Farmers’ markets, along with allowing patrons to support local makers, are a great alternative to chain grocery stores. Popular items include everything from seasonal produce and dairy products to meat and flowers. Many vendors sell prepared food like breads and jams, along with household/garden plants and homemade crafts. 

In addition to the more traditional products, each of Oklahoma’s farmers’ markets boasts a bevy of unique vendors, offering not just products but some services, too – including Edmond’s knife sharpeners and Tulsa’s ceramics creators.

April to October is prime farmers’ market season in Oklahoma, although some markets held indoors are open all year long. 

Emily Young, Edmond’s farmers’ market manager, encourages visitors to ask questions and get to know the vendors and their stories. 

“Understand what they’re doing,” she says. “It helps to build more confidence and trust.” 

Young elaborates that it’s that positive relationship between a vendor and a customer that farmers’ markets strive to cultivate. Those relationships are powerful, ultimately separating a visitor’s experience from that at a chain grocery store. 

“When you shop at a farmers’ market, you are meeting the people who have dealt with your food,” she says.

Farmers’ markets benefit the local economy and community. When visitors spend money on domestic goods, it keeps the demand high and money local. Markets’ dairy, meat, produce and baked goods are fresh and have little to zero preservatives, promoting healthy eating habits as well.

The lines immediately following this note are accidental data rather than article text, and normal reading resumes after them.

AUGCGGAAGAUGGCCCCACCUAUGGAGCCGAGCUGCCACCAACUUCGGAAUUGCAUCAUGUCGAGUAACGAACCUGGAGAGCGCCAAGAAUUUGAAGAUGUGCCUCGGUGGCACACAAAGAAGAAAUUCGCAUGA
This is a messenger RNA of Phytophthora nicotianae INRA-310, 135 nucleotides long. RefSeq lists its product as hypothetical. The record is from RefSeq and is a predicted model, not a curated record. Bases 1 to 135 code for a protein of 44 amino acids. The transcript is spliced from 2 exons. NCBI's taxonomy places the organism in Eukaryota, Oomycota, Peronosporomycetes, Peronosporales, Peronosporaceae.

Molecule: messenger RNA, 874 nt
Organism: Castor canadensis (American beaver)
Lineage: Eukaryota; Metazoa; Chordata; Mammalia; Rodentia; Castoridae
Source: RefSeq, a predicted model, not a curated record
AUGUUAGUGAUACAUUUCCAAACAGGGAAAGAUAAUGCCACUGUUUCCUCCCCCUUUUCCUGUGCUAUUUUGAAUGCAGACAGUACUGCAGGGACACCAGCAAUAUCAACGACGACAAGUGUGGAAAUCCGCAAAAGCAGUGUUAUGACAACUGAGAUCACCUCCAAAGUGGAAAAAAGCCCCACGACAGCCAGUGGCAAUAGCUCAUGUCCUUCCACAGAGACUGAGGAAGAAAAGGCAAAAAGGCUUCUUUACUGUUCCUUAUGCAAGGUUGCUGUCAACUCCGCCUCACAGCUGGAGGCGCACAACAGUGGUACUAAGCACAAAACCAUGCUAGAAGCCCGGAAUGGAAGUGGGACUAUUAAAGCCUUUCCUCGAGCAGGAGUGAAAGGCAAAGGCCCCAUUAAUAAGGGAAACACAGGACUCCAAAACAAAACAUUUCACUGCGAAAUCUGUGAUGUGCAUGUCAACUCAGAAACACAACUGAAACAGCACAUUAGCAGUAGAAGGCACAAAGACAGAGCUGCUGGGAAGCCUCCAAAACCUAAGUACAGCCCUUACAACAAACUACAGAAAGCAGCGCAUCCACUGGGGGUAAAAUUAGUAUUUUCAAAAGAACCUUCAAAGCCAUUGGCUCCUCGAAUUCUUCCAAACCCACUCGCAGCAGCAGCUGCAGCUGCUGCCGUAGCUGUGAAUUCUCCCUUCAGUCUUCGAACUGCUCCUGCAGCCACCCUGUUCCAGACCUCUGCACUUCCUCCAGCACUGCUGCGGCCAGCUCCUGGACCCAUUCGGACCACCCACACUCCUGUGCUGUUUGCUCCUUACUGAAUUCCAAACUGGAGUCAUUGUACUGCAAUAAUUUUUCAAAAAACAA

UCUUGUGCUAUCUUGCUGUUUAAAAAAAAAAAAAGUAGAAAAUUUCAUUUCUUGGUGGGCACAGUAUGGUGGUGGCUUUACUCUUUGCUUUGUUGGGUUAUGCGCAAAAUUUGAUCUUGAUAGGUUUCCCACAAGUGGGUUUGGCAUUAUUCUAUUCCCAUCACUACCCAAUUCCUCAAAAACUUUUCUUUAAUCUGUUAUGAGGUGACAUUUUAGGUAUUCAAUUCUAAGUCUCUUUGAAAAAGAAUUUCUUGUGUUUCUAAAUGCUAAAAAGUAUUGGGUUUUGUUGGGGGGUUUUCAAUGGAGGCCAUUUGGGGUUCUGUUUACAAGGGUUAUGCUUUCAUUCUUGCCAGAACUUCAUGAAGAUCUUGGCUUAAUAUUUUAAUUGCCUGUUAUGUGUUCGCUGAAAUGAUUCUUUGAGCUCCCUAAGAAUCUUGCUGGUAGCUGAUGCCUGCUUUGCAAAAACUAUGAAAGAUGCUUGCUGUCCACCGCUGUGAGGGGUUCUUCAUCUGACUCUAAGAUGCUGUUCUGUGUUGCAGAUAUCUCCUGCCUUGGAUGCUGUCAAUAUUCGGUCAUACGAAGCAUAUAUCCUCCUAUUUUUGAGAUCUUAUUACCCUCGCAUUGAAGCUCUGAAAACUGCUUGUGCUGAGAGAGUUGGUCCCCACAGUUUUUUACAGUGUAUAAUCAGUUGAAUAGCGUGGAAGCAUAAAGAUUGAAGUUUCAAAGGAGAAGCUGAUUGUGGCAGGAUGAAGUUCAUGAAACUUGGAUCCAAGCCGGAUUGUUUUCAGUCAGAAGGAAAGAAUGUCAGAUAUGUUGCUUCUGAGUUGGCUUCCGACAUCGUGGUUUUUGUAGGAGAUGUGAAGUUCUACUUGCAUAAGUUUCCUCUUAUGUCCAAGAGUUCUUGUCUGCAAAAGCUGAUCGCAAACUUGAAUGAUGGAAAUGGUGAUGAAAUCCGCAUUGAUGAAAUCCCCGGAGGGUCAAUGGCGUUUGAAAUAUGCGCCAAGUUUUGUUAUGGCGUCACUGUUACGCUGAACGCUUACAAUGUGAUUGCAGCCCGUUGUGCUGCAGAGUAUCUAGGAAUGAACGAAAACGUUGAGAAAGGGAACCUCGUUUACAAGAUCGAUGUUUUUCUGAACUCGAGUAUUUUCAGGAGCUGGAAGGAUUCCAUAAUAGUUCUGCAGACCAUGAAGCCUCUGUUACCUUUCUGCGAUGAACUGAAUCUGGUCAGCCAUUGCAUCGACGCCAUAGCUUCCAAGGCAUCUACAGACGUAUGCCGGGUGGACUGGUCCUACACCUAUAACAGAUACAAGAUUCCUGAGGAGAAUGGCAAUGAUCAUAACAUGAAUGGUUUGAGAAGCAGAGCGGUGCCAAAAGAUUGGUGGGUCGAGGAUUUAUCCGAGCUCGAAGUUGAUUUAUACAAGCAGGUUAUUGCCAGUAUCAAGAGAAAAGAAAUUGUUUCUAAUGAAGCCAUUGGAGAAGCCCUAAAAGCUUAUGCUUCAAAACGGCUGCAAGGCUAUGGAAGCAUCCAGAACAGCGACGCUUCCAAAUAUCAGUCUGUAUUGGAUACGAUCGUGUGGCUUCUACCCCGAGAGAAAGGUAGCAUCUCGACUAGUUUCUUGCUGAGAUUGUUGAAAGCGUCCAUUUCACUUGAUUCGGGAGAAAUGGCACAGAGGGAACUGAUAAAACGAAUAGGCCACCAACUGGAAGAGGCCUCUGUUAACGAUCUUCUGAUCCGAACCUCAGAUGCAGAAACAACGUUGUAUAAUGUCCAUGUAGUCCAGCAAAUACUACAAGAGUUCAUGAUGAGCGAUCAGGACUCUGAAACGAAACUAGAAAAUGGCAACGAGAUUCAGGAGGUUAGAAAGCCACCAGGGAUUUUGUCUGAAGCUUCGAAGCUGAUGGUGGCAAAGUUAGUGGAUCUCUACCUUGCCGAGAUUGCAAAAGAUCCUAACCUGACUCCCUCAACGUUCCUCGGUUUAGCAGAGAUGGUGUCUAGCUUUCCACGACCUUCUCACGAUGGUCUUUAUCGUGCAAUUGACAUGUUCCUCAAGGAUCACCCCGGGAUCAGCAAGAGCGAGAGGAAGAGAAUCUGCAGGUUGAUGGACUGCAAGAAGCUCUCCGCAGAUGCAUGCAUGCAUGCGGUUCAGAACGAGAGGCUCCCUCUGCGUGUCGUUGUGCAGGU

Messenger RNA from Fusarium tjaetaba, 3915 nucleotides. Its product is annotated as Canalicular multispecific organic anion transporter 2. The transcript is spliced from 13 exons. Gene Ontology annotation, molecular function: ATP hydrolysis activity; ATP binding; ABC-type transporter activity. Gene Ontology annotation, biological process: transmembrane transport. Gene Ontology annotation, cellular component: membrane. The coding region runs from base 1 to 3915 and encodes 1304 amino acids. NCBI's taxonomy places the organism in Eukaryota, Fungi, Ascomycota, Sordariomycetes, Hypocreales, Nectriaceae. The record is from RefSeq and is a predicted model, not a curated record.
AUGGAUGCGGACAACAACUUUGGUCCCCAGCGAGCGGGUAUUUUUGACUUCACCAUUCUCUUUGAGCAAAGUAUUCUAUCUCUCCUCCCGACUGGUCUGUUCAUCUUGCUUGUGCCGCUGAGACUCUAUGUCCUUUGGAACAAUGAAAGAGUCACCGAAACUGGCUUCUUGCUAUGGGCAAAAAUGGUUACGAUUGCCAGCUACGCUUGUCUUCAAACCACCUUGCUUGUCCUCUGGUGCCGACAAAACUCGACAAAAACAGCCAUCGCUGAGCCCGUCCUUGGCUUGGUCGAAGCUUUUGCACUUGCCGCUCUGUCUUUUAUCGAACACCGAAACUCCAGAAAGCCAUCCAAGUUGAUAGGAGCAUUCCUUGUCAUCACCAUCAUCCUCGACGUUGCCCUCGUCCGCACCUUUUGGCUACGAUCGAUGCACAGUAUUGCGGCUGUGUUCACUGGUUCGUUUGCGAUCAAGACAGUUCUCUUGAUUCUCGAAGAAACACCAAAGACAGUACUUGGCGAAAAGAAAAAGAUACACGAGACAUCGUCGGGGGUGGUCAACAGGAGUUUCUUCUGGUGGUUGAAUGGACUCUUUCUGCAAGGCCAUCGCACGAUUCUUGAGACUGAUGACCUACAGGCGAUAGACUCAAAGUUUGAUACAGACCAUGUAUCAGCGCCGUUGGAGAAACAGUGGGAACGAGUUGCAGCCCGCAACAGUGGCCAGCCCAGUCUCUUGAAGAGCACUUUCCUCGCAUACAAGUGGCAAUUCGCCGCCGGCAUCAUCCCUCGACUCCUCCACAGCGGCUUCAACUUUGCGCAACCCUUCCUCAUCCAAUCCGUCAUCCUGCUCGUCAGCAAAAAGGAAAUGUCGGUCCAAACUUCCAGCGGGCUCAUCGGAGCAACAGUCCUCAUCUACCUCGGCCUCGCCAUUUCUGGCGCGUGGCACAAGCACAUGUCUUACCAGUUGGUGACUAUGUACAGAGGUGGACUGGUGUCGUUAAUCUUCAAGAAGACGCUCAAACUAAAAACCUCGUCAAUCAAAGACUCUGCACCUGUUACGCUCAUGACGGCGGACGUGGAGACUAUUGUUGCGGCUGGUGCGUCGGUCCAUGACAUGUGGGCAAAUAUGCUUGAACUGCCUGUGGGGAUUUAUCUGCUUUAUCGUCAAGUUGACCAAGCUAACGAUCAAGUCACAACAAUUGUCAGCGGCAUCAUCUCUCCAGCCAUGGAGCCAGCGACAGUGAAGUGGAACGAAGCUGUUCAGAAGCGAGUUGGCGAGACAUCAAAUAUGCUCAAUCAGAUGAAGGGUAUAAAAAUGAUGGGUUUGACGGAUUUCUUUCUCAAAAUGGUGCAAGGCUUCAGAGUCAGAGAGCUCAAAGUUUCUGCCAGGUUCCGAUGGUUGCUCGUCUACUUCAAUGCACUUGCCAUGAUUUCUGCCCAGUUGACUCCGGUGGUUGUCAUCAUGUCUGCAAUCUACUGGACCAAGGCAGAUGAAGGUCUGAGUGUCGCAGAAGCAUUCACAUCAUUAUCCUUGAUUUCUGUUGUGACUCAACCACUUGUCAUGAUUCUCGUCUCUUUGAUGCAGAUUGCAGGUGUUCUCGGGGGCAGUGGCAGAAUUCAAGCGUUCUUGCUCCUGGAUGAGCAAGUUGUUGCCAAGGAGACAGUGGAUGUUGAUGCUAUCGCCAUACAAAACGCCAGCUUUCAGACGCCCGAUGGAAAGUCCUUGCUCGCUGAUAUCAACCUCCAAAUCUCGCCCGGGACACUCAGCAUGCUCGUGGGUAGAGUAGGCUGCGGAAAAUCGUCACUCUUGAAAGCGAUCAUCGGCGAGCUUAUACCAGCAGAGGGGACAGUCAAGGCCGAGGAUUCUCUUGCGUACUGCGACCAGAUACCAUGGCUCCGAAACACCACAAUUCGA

Young says guests should visit as often as they like, and stay as long as possible.

“Every purchase you make, every post on social media and every shared experience promotes and advocates for small businesses,” she says.

Oklahoma government program Shape Your Future – – has devoted an entire page to helping visitors plan their first or next visit to a local farmers’ market. One of the most valuable tools is a link to an online directory of all the farmers’ markets in the state, answering frequently asked questions and making it easier for people to find their closest market. 

Programs of Note

If you’re interested in delving further into Oklahoma-created food, check out OK Grown, Supplemental Nutrition Assistance Program (SNAP) in conjunction with Double Up OK (DUO), and the Seniors Nutrition Farmers Market Program (SNFMP). 

According to Oklahoma’s official government website, markets that qualify as “OK Grown” must sell “100% Oklahoma grown products,” or “in counties adjacent to a bordering state, the farmers market is allowed to have 20% of their products be grown in that bordering state.” Most Oklahoma farmers’ markets are designated as OK Grown.

SNAP is a program designed to help low-income families purchase nutritious foods, promoting healthy eating. SNAP partnered with DUO so that SNAP benefits can be used at farmers’ markets. According to, people just need to “go to the information booth at a participating market, use your EBT card to purchase SNAP-eligible items or SNAP tokens, and receive $1 in Double Up OK tokens for every $1 spent in SNAP.”

According to the United States Department of Agriculture Food and Nutrition Services, the main goal for the Seniors Nutrition Farmers Market Program (SNFMP) is to “provide low-income seniors with access to locally grown fruits, vegetables, honey and herbs.” Arriving early to get a prime selection of produce, bringing recycled grocery bags, totes and cash, and trying new and healthy foods to promote better eating are just some of the tips on the website; it also includes recipes and a free, family-friendly farmers’ market scavenger hunt.

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